OXFORD, UK – Vicon, a motion-capture technology specialist for the engineering, life sciences and entertainment industries, has launched Tracker 3 – the latest version of Vicon’s engineering object tracking software.
The upgrade greatly improves the quality and precision of data used in virtual reality (VR) experiences, and now includes native integration with MathWorks Simulink, a simulation and model-based design application. The upgrade is designed to address key issues that often affect the perception of realism and physical presence in an immersive environment.
Virtual reality has been used in the industrial design of cars, robotics and aeroplanes in order to test design principles, ergonomics, aerodynamics and beyond. With VR becoming more pervasive in consumer related applications, demands on quality and realism have been increasing. Tracker 3 takes a major leap forward to meet these current and future demands.
Significant improvements have been made to increase the quality of the data, in particular to tackle the amount of unwanted noise -- inaccuracies found in any tracking environment. This noise historically has been reduced through the application of filters but this results in increased latency – a delay between the object’s actual motion and the system response. By implementing new computer vision algorithms, Tracker 3 captures a higher quality of data, which then requires less filtering – ultimately enhancing the user’s experience.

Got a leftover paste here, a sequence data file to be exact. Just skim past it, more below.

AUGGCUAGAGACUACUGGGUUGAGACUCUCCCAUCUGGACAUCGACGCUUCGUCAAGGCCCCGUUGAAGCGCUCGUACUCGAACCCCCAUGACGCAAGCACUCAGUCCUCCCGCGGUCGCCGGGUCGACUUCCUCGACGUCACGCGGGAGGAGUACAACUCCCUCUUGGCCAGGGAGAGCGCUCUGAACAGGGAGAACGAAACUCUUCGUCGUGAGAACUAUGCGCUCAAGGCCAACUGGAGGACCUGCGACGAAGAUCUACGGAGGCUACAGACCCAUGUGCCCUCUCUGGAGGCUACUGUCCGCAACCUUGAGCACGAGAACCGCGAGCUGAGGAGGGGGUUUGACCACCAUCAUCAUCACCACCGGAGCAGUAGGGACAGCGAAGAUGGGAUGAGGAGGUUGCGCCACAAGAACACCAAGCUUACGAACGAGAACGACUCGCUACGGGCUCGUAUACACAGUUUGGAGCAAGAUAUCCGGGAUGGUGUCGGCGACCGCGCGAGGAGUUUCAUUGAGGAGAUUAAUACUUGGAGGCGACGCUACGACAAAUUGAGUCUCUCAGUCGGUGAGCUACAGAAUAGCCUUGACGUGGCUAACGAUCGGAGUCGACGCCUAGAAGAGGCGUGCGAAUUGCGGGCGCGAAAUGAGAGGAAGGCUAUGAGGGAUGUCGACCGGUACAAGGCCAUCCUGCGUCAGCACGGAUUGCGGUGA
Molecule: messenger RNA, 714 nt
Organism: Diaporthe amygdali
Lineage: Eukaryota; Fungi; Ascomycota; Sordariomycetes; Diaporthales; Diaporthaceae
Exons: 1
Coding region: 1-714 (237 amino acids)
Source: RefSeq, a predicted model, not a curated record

For instance, the improved quality of data and reduced latency will enable engineers to take advantage of a heightened sense of immersion when using VR for product design. With greater tracking precision, virtual environments become more believable.
Integration with model-based design software, Mathworks Simulink provides users with a faster feedback loop. Data can now be natively integrated from the Vicon system in real-time. Simulink integration will also allow Vicon data to be received by the hardware platform itself. Consequently enhancing the control system design by streamlining the process of incorporating the tracking data, and reducing the latency as experienced in previous techniques.
This increased openness will be particularly beneficial for robotic engineers as the integration will assist in the testing of robotic control systems and in ensuring robots move closer towards human qualities and movement. The Vicon data can be used to prototype the control system with greater efficiency.